The Southwestern Historical Quarterly, Volume 104, July 2000 - April, 2001 Page: 606
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606 Southwestern Historical Quarterly April
books on various aspects of the American West. Among the first were publica-
tions on Remington and Russell, by Peter H. Hassrick and Frederic G. Renner,
respectively; the Canadian artist Paul Kane by J. Russell Harper, Cities of the
American West by John W. Reps, and The Wzld West Shows by Don Russell, just to
name a few.
Since then, American western art has become even more popular, making
museums that had been in the business-such as the Gilcrease Museum in
Tulsa-better known and spawning new ones such as the National Cowboy Hall
of Fame in Oklahoma City, the Eiteljorg Museum of the American Indian and
Western Art in Indianapolis, the Rockwell Museum in Corning, N.Y., the Whit-
ney Gallery of the Buffalo Bill Historical Center in Cody, Wyoming, and, finally,
in 1988, the Autry Museum of Western Heritage in Los Angeles. Within a few
years, these and other museums were sponsoring exhibitions and publications,
and the public seemed to develop an insatiable appetite for the subject, if one
judges by the spate of books, catalogues, exhibitions, and public television and
cable shows that followed.
One might assume that an institution named after the world-famous cowboy
singer and B-movie actor, owner of the California Angels baseball team, and,
later, philanthropist from Tioga, Texas, would be about its major benefactor,
Gene Autry. It well could have been, for an exhibition on Autry's lengthy career
as one of the most popular singers and movie stars in the country, not to men-
tion his equally successful years as a Southern California businessman involved
in radio stations and major league baseball, would be fascinating. But when he
chose to establish a museum about his beloved West, he allowed the curators
and specialists to roam broadly in designing it. It became a place "where objects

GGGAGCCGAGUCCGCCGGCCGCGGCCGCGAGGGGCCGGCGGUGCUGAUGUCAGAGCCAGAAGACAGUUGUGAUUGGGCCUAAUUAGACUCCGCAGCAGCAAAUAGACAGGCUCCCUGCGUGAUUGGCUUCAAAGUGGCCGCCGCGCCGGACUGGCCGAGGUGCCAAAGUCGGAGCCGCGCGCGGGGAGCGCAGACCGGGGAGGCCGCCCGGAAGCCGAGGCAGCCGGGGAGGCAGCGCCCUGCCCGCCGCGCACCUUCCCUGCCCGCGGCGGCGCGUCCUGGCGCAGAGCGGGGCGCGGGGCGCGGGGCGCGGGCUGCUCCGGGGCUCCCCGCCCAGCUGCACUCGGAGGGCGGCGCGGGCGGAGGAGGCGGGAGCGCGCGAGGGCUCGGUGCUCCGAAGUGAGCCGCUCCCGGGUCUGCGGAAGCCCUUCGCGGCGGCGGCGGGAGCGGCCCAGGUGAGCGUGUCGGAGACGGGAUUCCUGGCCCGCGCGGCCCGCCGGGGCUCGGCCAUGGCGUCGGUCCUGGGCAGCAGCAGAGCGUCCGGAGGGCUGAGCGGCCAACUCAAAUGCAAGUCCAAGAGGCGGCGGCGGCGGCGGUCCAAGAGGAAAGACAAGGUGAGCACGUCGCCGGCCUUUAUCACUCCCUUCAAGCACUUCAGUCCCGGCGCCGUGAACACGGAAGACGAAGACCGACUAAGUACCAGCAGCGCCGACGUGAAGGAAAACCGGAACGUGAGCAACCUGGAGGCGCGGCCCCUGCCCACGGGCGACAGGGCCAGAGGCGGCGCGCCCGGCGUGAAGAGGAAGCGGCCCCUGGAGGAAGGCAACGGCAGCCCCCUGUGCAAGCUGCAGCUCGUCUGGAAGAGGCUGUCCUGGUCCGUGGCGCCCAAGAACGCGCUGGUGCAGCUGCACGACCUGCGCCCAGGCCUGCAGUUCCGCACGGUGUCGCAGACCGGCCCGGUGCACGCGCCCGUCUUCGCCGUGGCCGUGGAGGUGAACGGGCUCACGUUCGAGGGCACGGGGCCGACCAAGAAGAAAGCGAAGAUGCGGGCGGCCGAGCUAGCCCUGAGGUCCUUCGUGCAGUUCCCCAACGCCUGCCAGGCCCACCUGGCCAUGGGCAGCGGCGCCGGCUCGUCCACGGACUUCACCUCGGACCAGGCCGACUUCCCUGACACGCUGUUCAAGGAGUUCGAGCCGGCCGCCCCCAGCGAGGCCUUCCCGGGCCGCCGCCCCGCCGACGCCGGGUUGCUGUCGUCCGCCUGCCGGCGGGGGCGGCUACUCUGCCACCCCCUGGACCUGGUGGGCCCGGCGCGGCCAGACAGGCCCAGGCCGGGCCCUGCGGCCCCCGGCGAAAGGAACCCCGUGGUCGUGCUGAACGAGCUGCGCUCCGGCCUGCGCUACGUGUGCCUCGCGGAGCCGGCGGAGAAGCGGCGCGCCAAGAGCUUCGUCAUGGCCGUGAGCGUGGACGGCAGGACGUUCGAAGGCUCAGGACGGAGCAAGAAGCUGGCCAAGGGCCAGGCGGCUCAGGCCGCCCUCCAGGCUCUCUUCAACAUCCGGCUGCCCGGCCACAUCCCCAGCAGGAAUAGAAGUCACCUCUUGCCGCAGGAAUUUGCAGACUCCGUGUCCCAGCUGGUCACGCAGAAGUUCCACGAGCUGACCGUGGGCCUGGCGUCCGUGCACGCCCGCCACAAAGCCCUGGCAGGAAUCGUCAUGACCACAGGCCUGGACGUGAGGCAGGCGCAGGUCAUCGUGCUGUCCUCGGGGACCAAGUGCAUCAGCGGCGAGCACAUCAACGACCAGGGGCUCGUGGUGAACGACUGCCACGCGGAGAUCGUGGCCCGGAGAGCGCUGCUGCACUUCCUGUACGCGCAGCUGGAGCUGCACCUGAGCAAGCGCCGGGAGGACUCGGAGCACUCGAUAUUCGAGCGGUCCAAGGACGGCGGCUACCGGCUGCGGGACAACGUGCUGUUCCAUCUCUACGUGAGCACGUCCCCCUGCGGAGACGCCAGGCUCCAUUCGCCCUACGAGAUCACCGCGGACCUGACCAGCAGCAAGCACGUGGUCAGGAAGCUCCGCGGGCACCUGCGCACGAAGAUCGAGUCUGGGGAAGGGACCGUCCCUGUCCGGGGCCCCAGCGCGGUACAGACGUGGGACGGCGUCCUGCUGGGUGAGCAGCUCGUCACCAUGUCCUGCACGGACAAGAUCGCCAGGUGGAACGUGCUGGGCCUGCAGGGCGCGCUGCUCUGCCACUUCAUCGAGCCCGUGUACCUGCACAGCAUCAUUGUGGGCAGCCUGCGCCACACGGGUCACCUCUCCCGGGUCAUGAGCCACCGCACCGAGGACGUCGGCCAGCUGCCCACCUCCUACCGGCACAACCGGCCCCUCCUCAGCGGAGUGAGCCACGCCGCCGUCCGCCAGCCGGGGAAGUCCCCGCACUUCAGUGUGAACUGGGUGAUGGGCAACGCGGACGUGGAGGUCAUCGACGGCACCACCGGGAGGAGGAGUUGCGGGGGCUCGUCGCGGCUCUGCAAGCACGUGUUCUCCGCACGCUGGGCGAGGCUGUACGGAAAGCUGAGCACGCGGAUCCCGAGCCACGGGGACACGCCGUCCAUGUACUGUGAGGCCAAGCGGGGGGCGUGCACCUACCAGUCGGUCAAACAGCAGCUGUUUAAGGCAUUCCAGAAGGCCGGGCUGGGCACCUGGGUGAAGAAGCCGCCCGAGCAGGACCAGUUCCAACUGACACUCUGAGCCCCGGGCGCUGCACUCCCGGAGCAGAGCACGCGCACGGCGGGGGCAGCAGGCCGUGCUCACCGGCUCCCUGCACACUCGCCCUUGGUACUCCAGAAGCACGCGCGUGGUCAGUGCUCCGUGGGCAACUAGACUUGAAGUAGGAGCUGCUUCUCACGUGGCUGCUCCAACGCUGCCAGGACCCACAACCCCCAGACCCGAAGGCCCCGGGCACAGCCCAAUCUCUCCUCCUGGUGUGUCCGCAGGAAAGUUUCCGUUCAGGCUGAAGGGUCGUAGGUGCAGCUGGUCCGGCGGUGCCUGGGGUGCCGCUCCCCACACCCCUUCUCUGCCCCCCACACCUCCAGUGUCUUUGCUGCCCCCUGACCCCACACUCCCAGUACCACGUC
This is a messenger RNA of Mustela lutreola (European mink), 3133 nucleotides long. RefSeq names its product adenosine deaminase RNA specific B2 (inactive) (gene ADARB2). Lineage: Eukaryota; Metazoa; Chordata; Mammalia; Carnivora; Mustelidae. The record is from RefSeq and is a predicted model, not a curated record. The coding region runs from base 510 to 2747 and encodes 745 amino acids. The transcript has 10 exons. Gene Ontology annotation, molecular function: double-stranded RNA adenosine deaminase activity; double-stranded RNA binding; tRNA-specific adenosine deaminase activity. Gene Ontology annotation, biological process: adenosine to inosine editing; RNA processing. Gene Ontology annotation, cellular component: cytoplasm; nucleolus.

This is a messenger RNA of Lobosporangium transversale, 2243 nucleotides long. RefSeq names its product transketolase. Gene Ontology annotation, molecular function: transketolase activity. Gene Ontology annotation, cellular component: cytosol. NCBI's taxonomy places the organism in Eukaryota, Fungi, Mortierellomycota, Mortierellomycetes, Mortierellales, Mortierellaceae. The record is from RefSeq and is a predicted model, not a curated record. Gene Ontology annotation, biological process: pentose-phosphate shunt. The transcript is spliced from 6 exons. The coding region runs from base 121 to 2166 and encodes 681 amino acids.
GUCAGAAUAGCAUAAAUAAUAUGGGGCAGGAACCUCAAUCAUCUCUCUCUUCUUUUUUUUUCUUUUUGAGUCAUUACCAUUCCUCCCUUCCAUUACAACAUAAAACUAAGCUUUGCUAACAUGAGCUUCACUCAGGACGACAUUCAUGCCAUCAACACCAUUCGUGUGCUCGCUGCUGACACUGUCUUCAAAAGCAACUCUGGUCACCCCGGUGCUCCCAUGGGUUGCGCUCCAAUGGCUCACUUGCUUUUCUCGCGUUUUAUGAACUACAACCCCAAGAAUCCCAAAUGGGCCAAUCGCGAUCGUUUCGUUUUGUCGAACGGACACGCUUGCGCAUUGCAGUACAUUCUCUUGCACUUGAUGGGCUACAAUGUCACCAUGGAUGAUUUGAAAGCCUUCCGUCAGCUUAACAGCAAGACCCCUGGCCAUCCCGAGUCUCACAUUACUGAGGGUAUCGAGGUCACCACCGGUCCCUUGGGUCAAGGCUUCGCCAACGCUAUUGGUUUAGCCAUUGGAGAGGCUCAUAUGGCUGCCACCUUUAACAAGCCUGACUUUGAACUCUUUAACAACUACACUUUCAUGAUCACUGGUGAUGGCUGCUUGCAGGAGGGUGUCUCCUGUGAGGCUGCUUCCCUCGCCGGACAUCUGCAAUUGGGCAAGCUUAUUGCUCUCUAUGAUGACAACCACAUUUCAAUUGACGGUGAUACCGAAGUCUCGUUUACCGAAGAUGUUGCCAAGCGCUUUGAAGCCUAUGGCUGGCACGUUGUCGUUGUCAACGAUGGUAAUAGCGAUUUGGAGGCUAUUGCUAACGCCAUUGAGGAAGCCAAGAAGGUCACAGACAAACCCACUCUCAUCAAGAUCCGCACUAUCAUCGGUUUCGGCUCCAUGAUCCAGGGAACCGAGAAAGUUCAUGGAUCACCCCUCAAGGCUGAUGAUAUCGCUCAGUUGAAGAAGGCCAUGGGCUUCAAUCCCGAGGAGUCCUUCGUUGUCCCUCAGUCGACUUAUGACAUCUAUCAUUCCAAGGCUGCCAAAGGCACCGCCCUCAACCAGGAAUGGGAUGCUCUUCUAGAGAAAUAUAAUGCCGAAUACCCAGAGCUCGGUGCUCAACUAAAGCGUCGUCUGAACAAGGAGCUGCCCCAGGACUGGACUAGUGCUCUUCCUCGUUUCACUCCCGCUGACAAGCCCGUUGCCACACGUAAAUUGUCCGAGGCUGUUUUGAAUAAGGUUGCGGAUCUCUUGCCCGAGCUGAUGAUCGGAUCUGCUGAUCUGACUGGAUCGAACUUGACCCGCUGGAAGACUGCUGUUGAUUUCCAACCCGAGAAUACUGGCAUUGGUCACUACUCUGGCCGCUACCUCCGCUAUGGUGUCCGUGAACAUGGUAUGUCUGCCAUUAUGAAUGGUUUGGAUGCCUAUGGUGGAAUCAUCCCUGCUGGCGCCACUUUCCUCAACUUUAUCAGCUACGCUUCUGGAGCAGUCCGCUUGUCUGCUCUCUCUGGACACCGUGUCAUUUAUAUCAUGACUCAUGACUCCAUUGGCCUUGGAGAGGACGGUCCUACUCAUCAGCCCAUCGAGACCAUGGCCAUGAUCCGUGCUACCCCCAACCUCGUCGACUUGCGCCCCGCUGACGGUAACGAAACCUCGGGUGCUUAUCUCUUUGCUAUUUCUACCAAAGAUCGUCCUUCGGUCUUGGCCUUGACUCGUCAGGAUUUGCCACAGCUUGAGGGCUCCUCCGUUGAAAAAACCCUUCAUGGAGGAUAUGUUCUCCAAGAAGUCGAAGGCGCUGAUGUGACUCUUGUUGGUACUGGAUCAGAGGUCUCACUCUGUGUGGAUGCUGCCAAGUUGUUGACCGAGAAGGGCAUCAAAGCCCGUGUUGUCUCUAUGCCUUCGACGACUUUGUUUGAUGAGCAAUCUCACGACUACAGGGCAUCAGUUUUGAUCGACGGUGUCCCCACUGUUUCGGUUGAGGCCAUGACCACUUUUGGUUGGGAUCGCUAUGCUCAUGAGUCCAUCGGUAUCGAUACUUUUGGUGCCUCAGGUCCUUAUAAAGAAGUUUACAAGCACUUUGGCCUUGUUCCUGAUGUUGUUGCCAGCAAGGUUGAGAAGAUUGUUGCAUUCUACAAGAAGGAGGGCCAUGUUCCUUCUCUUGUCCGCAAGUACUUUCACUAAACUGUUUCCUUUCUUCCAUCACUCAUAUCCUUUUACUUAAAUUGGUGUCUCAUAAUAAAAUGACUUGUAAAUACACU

and art works would be the central feature describing the region we think of as
the West, from prehistoric roots to the present," recalled James H. Nottage, vice
president and chief curator of the museum (Foreword). In that process lies the
inspiration for West-Fever. After developing a story line and acquiring hundreds
of objects and paintings, the curators puzzled about the context for the muse-
um, about its point of view, for everyone knows that the story of any object
depends upon perspective, upon who is telling the story. One of the cautions
that Donald E. Worcester, my major professor, offered in a historiography class
all those years ago was, "there is nothing so mute as a fact. It must be interpret-
ed." The same goes for objects. Was the Anglo-American perspective appropriate
for the artifacts of a once-Mexican state that, after an interlude of more than a
century and a half, is regaining much of its Hispanic character? Or, should the
perspective be that of the first residents, the Indians?
As the thinking goes on, the museum's invitation to noted western historian
Brian W. Dippie to offer his thoughts on a collection that now numbers more
than forty thousand objects resulted in this extended essay. Dippie, who has writ-
ten broadly about the West, from the "vanishing" Indian to George Catlin to
George Armstrong Custer, begins by asking how one might honor a star of
Autry's significance. Would his preserved home, complete with personal items
arranged just as he left them, suffice? Perhaps, but Dippie sees more accurately
Here’s what’s next.
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Texas State Historical Association. The Southwestern Historical Quarterly, Volume 104, July 2000 - April, 2001, periodical, 2001; Austin, Texas. (texashistory.unt.edu/ark:/67531/metapth101221/m1/684/: accessed June 25, 2017), University of North Texas Libraries, The Portal to Texas History, texashistory.unt.edu; crediting Texas State Historical Association.